Kevin Price
A radical solution to our fiscal crisis
By Kevin Price
May 28, 2010

I have been writing for decades, but I have probably used the word "crisis" more in the last two years in my articles than in all the other years combined. There is a reason for that, the use of such hyperbole gets old. I think such words should be used with restraint or they will eventually fall upon deaf ears. Unfortunately, any word short of "crisis" simply does not make the grade in the times we live in today. The government is doing more (poorly) and spending more (than ever) and it is bankrupting our futures and the futures of those who will not even be born for several generations to come.

Currently the national debt is now growing at a rate annually that originally took almost 200 years for our country to reach for the first time. We are a nation in financial ruin and we continue to spend as if money grew on trees. Desperate times call for desperate measures. It is time for Americans to seriously consider the damage that comes from mob rule.

According to the government's own statistics, less than half of all Americans even pay taxes. This is significant because we now have a country where the majority is lulled into sleep as the minority is essentially oppressed by those who have "no skin" in the political process. They have absolutely no problem with spending growing out of control because whatever they receive is with minimum burden on them.

Meanwhile USA Today reports that well over half of the population receives direct assistance of various types from the federal government. This includes perennial welfare moms and the super rich who enjoy government bailouts.

The terrible situation we are in begs for radical change. The Constitutional type. In the early days of the Republic, people had to be property owners and even taxpayers before they were allowed to vote. Furthermore, the federal government was very limited in what it could do. With only seventeen enumerated powers and those voting having a vested interest, frugal government was much easier to achieve and maintain.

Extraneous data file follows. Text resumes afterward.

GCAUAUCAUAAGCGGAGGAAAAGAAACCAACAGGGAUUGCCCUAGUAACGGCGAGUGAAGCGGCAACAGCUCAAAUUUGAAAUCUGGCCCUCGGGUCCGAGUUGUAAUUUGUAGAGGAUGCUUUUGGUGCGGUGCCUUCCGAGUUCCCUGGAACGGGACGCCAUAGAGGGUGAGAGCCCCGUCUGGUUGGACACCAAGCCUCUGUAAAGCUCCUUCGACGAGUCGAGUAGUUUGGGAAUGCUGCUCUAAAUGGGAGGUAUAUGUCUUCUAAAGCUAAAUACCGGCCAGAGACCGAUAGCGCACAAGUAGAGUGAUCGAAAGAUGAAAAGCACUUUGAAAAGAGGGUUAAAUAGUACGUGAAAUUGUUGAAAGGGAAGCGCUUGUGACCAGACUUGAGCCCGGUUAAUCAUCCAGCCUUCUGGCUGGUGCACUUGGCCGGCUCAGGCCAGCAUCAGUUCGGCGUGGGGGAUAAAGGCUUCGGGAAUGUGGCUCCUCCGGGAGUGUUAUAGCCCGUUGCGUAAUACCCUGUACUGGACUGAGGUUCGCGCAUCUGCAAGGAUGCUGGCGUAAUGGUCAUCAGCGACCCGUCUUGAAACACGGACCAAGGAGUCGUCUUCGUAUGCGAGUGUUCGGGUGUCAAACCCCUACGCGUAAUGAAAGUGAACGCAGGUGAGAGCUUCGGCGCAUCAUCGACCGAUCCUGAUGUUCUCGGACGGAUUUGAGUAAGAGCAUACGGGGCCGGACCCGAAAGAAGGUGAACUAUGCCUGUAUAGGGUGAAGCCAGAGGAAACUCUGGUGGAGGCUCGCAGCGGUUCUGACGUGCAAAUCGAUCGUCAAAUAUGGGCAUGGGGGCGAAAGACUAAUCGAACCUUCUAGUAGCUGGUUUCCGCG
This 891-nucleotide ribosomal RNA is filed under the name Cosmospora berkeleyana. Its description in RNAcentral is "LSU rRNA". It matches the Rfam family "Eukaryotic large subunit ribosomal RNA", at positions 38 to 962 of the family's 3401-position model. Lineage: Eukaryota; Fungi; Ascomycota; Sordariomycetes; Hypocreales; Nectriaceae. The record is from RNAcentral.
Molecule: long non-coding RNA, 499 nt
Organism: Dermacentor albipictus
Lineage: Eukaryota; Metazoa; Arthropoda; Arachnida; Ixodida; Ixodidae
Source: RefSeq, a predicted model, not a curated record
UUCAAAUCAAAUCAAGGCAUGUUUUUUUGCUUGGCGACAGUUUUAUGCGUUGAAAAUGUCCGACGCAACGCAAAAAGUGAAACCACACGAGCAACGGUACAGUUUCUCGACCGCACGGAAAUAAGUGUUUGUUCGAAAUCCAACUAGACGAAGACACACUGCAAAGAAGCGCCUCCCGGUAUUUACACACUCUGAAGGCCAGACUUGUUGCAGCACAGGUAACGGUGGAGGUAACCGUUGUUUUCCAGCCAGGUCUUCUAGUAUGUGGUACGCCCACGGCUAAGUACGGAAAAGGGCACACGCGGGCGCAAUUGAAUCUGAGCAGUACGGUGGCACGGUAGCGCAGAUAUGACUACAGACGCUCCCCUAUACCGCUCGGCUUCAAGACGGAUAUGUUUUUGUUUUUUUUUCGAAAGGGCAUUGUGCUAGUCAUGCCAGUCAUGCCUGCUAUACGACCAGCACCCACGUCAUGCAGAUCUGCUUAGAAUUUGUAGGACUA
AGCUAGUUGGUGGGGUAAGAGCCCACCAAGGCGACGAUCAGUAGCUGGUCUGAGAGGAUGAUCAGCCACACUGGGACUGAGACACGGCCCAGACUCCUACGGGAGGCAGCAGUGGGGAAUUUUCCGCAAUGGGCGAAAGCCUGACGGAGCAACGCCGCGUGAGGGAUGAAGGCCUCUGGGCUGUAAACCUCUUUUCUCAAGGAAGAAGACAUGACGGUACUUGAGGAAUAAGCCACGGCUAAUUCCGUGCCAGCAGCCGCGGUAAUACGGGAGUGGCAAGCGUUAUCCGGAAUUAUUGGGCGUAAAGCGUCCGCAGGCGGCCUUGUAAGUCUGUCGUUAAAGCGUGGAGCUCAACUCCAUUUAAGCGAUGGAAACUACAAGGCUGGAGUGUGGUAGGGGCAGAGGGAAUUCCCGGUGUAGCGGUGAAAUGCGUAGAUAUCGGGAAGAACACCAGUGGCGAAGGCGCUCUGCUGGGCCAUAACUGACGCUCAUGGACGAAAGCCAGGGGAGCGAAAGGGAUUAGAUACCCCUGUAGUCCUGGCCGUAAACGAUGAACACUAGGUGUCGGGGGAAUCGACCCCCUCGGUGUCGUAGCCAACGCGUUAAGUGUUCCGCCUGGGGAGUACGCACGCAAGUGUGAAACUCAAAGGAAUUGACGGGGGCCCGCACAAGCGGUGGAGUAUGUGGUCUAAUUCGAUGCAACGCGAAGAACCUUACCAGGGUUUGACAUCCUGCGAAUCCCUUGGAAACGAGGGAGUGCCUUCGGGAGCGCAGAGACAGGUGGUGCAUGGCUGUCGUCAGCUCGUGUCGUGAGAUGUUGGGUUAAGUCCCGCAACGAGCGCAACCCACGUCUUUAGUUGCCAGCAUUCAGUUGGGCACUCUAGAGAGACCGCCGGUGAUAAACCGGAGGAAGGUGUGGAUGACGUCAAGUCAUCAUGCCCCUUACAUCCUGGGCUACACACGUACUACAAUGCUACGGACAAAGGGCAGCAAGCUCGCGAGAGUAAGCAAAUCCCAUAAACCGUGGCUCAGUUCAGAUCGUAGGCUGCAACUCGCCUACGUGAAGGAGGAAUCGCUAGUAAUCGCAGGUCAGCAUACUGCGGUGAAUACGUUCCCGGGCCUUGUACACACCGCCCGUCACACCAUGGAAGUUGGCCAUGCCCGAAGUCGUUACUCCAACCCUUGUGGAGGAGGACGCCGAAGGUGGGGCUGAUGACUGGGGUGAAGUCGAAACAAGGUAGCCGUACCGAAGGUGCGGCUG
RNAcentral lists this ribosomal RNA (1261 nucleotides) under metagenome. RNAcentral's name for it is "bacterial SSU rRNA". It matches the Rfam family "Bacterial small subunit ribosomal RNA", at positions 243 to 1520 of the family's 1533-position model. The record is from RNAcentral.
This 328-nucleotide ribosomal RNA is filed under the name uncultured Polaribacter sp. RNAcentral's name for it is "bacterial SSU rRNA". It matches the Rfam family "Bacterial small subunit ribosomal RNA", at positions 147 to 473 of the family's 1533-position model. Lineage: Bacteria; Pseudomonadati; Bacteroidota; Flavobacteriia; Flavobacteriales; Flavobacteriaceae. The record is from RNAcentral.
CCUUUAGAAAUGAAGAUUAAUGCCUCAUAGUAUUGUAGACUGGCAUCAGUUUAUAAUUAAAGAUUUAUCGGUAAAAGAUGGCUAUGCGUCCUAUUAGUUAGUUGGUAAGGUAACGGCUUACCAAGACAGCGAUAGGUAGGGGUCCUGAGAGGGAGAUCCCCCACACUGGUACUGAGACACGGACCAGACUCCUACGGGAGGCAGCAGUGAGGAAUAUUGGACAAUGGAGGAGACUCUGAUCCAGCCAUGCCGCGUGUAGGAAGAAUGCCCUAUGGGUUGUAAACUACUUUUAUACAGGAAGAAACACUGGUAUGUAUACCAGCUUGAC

The principles of frugal government can be found on the micro level. If a board of directors of an organization or business has a vote on an item that directly benefits one of those decision makers, that person is expected to abstain. It only makes sense. If that did not happen there would be cries of impropriety and would plant the seeds of financial ruin for any group or company.

The United States is going to have to take a similar approach to solve its financial problems. The classical economist john Stuart Mill advocated the bold proposition that, if people received any government assistance, they would have to turn in their right to vote until they were no longer on the government dole. This policy would apply to the mega rich, the very poor and everyone in between who were getting direct government assistance. People seem to be concerned about "influence peddling." They warn about lobbyists and political action committees throwing money at politicians in order to get their vote on key issues. Yet, influence peddling runs both ways — it is a two sided coin. Politicians who want to get reelected make all sorts of promises of money, goods, or services in order to buy votes. If the voter became disenfranchised while on the government's budget, politicians would have to find other ways of getting our votes. Maybe they would boast about how frugal they are in the way they represent the voters. A radical approach to government? Maybe, but it seems to me it could be long overdue.

© Kevin Price


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Kevin Price

Kevin Price is Publisher and Editor in Chief of

His background is eclectic and includes years of experience in both business and public policy, as well as two decades of experience in broadcast journalism. He was an aide to U.S. Senator Gordon Humphrey (R-NH) and later went on to work in policy areas with some of the nation's leading think tanks including the National Center for Public Policy Research and was part of the Heritage Foundation's Annual Guide to Public Policy Experts... (more)


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